- On 30/01/2008, Freeman, Tim <tim.freeman@...> wrote:
>Fair enough. It's tough to implement sophisticated and efficient
> Seems like a good idea.
> As a user, I'd rather see the SQL problem solved right by having a parser that's more sophisticated than a finite state machine than to not have it solved right.
Perhaps if StringInterpolation.interpolate instead of taking a
contextScanner and an escaper published events like ('Literal, "foo")
or ('Substitution bar) to an interpolationEventSink then the current
contextScanner&escaper could be built on top of it, or an
implementation could route those events to an AST builder instead.
> In the paper, every result from Template is immediately passed to open. Did I miss one? If not, then why make people write both? I'd expect to have "openedTemplate(...blah...)" as an abbreviation for "open(Template(...blah...))", although maybe a name shorter than "openedTemplate" should be selected.You didn't miss anything. This is an implementation detail leaking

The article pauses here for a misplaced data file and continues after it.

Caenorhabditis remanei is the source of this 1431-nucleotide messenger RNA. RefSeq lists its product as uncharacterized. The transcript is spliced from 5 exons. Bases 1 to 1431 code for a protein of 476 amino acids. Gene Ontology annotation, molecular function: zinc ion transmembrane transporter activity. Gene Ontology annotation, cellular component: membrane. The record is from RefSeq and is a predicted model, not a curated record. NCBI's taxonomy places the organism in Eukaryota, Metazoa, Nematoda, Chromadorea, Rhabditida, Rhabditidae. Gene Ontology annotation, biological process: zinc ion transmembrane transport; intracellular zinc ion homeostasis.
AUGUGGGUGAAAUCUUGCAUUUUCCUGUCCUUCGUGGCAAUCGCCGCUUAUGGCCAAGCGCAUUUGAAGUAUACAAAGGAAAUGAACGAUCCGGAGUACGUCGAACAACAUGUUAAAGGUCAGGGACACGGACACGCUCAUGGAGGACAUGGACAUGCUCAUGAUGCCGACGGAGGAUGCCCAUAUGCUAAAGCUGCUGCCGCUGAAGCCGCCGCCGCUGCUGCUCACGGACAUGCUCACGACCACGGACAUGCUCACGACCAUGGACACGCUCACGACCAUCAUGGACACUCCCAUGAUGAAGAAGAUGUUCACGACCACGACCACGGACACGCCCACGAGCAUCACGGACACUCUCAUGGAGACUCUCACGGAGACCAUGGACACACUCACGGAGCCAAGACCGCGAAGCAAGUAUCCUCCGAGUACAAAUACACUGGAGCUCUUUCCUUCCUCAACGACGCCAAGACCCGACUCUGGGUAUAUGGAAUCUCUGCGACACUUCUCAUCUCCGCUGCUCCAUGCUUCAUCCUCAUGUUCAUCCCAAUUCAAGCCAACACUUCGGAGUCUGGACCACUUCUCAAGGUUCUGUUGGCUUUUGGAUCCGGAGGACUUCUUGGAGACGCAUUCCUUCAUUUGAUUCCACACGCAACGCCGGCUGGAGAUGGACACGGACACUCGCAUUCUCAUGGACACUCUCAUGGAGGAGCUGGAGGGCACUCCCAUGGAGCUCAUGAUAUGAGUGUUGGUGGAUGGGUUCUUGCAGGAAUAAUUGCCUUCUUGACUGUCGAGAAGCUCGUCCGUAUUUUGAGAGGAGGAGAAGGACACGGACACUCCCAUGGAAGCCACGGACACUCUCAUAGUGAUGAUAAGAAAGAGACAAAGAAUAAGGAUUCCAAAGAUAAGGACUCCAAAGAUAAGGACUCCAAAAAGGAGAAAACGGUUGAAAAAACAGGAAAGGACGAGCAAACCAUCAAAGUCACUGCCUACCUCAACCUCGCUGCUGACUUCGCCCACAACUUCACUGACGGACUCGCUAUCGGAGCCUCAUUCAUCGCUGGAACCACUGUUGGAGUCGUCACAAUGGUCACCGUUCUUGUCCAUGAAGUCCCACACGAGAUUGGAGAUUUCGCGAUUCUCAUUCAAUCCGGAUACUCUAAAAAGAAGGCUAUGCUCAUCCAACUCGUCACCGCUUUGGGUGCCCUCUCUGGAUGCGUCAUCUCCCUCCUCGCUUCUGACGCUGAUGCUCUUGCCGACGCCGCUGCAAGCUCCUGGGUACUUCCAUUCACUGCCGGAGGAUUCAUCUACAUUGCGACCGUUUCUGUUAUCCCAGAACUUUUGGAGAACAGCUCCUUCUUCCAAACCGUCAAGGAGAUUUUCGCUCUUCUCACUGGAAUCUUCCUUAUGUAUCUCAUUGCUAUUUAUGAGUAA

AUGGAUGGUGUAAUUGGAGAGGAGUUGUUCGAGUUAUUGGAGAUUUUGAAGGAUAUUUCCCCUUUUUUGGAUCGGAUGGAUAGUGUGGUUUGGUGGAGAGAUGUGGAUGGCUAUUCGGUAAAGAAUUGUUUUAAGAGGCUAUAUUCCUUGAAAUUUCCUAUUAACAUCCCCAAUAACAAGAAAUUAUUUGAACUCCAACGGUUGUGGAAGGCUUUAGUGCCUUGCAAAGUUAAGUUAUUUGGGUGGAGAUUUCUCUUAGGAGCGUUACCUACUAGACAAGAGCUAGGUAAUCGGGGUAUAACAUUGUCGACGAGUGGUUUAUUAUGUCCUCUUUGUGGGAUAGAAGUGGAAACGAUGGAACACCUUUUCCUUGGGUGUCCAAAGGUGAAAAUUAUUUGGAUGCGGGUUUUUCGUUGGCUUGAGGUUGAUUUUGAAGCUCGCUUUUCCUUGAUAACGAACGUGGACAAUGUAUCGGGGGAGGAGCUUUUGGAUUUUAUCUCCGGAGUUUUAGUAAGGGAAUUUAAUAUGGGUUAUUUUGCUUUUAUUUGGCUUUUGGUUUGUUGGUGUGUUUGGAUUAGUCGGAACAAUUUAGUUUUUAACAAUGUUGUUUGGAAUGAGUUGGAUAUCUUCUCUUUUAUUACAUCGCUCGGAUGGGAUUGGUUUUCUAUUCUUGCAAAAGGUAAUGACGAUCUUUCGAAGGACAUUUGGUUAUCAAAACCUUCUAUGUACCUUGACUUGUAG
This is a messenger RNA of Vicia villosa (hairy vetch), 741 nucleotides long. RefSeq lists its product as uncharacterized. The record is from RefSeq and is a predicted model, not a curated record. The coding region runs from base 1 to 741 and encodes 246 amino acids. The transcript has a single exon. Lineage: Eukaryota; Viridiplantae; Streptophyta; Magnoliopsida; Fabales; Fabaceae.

out through the API.
The `Template` part converts the "Hello $name_of_planet!" to "new
StringInterpolation(['Hello ', name_of_planet, '!'])" and the `open`
part is really `eval` in disguise which parses the string and invokes
the constructor. Thus, two function calls are needed for this macro
> Tim Freeman
> Email: tim.freeman@...
> Desk in Palo Alto: (650) 857-2581
> Home: (408) 774-1298
> Cell: (408) 348-7536
- On Jan 30, 2008 2:42 PM, Mike Samuel <mikesamuel@...> wrote:
> > As a user, I'd rather see the SQL problem solved right by having a parser...
> that's more sophisticated than a finite state machine than to not have it
> solved right.
> Fair enough. It's tough to implement sophisticated and efficient
Now that ANTLR 3 has a retargetable backend, this might be a good
perl, Python & Ruby are all implemented as examples to draw upon. See